Winter sports coaches and athletes learned Monday that games, matches and meets can resume Jan. 14, and masks will be required during most competitions.
On Monday, the Minnesota Department of Health released updated guidelines for mitigating the spread of the coronavirus in winter sports from the youth to the high school level. Basketball and hockey players must compete while wearing face coverings. Participants in cheerleading, gymnastics, swimming and diving and wrestling will be allowed to temporarily remove their masks while performing certain tasks.
Practice pods are capped at 25 athletes. Spectators are not allowed at practice unless a child's age, disability or medical condition requires parental support. It is unclear whether spectators will be permitted to attend games. Concessions are not allowed to be sold at games at this time. Additional guidance pertaining to any changes to game play is expected.
Face coverings must be worn when practices begin Jan. 4. Minnesota State High School League officials had hinted that the need for full-time face coverings could become a reality. Still, the final decision drew concerns from basketball and hockey coaches.
"Masks are safer, but they are going to create their own innate problems, unfortunately," said Willie Braziel, Columbia Heights boys' basketball coach. "It's going to be tougher to breathe. And it's going to be an adjustment for players who have asthma."
According to guidance from the American Academy of Pediatrics, "any cloth face covering that becomes saturated with sweat should be changed immediately." Hill-Murray girls' hockey coach Caesare Engstrom said she ran youth practices and found "just talking for 10 minutes saturated the mask. For players, this is going to be quite interesting to overcome."
Other players have adapted. The Concordia Academy volleyball team, a top-five Class 2A program, took the rare step of wearing masks during practices and most matches during the recently completed volleyball season.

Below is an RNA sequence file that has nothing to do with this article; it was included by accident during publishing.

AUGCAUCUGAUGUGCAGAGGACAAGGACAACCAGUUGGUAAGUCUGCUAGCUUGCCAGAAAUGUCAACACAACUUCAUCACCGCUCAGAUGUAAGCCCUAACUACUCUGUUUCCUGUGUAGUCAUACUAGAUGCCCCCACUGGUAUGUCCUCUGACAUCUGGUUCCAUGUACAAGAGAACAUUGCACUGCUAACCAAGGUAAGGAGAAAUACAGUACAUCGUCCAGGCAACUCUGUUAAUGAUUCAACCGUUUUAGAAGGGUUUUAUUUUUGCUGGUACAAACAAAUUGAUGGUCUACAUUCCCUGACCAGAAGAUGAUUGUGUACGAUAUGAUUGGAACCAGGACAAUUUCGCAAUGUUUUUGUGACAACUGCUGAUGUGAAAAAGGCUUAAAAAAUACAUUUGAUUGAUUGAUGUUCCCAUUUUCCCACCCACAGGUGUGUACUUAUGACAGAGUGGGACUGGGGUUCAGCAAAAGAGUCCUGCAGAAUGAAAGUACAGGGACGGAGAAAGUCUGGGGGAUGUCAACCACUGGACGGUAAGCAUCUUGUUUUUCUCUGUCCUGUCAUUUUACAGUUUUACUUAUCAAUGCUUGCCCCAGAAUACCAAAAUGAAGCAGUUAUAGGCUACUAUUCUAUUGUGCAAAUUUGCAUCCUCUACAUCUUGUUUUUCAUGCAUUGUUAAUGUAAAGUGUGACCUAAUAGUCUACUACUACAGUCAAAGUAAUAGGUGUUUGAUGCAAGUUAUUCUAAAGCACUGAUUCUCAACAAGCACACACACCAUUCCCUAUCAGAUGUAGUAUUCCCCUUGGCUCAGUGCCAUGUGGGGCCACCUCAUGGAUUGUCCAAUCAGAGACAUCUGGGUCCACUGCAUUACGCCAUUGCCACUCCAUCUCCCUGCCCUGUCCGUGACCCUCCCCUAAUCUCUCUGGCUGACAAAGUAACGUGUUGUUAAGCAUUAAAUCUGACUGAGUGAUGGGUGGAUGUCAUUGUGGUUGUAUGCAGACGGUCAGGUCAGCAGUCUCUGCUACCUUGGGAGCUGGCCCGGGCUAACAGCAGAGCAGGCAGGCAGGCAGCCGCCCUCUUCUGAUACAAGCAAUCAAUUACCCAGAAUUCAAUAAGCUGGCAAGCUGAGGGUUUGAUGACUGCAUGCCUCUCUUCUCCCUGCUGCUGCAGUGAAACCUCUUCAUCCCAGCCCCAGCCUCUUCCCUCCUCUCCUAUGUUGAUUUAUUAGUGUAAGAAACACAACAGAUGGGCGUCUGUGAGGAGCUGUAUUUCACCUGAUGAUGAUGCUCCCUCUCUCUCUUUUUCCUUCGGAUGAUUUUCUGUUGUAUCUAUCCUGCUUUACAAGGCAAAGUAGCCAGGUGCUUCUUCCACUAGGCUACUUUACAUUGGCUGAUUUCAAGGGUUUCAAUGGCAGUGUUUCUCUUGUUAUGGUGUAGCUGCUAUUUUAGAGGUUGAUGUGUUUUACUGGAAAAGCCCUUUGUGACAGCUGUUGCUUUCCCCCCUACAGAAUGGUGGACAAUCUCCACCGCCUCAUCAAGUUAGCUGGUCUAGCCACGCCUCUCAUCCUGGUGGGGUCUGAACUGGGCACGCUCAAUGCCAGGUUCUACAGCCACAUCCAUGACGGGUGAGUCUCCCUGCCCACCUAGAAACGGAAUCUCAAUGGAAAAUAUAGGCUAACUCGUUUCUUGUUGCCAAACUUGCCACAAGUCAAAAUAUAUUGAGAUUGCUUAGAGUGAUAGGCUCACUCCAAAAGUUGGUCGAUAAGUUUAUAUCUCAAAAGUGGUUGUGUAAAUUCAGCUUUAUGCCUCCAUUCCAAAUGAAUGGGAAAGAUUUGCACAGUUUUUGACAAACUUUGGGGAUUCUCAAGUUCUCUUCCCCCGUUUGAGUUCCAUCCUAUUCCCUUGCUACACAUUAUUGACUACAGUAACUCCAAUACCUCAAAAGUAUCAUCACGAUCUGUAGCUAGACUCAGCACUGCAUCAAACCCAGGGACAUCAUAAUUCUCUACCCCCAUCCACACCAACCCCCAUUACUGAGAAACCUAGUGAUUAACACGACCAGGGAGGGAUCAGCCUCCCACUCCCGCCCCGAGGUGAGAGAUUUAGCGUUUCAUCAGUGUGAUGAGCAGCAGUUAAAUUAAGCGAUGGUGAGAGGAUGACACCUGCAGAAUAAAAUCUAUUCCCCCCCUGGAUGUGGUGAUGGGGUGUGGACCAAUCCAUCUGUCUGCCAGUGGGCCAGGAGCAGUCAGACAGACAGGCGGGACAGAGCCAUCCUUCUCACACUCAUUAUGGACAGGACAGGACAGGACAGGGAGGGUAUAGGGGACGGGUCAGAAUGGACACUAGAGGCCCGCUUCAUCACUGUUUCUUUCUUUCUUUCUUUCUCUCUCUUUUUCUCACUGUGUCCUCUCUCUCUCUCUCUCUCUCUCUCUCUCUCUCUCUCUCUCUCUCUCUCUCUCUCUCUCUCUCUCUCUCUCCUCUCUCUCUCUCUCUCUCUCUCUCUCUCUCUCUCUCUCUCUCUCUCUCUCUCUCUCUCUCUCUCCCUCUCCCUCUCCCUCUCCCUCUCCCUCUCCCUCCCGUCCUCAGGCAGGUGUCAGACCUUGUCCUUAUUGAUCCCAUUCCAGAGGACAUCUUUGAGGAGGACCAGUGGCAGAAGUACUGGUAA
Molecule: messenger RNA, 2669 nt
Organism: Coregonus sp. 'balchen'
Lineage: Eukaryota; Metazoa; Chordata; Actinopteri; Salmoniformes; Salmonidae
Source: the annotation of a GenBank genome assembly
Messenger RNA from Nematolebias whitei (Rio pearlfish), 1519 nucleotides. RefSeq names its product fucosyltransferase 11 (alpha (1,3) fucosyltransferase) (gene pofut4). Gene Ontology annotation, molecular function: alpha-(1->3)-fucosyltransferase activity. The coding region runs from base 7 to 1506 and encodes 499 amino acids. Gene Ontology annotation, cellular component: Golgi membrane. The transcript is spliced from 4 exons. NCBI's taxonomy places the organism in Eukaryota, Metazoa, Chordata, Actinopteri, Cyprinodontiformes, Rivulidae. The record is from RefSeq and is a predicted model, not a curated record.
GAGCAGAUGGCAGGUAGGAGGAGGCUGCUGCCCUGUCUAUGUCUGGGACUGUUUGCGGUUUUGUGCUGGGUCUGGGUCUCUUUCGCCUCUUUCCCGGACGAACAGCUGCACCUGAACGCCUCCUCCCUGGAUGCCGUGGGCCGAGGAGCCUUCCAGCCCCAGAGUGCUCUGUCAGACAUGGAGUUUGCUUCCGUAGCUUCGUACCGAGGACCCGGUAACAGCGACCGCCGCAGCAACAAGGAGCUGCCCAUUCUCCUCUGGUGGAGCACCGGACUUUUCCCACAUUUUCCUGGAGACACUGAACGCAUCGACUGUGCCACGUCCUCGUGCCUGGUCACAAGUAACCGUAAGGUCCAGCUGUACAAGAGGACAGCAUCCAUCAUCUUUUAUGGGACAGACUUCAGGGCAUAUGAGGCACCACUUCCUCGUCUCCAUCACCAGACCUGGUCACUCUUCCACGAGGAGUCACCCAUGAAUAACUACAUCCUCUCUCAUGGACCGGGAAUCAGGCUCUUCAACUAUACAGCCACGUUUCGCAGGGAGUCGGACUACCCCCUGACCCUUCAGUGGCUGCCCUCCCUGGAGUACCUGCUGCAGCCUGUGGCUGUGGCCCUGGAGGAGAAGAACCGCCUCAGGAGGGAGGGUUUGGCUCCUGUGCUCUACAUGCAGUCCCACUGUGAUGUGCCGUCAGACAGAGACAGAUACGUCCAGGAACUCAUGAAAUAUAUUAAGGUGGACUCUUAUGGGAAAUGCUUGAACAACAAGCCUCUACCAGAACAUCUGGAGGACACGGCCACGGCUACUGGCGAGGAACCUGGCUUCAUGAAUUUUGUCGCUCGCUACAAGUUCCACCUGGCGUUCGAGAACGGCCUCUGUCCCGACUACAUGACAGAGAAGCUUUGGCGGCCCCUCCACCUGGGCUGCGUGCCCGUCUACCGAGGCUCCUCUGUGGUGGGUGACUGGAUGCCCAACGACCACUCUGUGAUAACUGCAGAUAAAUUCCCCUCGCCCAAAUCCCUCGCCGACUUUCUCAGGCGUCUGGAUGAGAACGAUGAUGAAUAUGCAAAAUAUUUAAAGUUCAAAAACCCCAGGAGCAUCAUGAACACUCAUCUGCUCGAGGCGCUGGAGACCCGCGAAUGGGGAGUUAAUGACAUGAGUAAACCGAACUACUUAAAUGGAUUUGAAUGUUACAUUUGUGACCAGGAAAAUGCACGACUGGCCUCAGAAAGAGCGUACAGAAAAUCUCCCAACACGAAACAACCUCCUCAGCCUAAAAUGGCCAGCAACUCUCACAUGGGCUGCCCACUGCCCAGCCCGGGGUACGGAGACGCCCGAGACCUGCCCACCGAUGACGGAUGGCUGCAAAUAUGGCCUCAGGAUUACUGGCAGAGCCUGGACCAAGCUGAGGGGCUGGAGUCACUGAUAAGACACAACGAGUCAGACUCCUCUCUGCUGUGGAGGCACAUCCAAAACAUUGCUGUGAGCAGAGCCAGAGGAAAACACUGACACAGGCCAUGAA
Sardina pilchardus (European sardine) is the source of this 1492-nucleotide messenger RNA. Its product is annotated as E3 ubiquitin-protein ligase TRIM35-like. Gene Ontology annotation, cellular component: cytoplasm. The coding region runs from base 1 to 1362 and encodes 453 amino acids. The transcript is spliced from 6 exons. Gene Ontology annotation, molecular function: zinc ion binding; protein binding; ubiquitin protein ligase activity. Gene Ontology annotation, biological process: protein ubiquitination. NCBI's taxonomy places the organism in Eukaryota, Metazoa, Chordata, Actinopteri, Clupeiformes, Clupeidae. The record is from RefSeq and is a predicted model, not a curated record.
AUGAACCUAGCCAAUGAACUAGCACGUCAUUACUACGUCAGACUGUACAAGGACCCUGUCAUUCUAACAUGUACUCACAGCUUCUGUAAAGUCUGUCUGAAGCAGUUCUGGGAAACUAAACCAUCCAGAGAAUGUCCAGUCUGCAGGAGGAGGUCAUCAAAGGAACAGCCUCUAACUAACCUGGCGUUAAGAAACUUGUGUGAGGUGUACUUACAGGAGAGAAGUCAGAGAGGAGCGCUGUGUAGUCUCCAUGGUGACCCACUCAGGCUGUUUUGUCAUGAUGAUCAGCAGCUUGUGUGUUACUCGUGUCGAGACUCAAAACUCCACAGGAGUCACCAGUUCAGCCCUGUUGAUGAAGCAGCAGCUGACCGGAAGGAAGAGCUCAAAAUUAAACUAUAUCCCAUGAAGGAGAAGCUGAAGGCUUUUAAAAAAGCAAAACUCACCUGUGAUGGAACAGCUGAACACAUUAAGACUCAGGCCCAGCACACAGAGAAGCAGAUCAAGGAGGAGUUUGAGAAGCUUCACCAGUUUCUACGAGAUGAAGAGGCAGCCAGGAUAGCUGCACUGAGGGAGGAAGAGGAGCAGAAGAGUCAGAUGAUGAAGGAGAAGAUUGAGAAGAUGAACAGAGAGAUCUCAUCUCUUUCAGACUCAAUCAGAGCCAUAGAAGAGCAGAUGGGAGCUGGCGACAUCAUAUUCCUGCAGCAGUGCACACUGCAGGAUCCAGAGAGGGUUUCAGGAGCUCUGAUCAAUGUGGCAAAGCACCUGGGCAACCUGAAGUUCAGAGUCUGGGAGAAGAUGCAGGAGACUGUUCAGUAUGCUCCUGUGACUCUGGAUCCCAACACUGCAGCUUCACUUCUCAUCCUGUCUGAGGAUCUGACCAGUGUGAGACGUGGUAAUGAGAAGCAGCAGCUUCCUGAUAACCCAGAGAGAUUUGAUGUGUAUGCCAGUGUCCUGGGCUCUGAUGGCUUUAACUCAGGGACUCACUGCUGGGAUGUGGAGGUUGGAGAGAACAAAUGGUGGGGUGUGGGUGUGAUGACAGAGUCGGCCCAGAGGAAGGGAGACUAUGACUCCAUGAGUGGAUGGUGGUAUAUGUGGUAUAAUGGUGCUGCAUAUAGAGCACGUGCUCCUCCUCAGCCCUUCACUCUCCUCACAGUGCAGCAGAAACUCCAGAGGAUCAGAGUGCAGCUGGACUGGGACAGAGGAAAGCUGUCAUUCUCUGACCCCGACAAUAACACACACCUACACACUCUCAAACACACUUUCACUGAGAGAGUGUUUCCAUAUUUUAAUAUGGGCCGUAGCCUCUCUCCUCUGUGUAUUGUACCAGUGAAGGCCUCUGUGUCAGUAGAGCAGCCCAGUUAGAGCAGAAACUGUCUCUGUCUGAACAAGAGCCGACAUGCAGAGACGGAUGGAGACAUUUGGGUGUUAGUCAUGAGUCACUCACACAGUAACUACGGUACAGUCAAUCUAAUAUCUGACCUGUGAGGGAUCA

Senior outside hitter Kira Fallert said that playing while wearing a mask "took a lot of getting used to" but she and her teammates adjusted quickly.
"Once we had done it for a while, it's really not that bad," Fallert recalled, adding that, eventually, "it felt kind of weird when I wasn't wearing one."
She said the biggest challenges were catching her breath after long, drawn-out rallies and making sure the masks stay in place during play. "It falls down a lot."
Winter sports were first delayed to later in November and beyond by the MSHSL to avoid potential overlap in facilities usage and athletes playing multiple sports. Then Gov. Tim Walz put youth sports on a four-week pause through Dec. 18. And then Walz extended the executive order through Jan. 4.
"There have definitely been a lot of ups and downs," Engstrom said. "It's been tough to keep the morale of the players up. So with these dates out there, everyone is excited. Hopefully they stick and we can go forward."
The MSHSL previously mapped out winter season scenarios to ensure a solid number of regular season games as well as a postseason that could include state tournaments.
"Implementing these safety protocols," league executive director Erich Martens said in a news release, offers "the best chance to provide safe seasons with reduced interruptions and also plan for full postseason experiences."
Staff writer Jim Paulsen contributed to this report.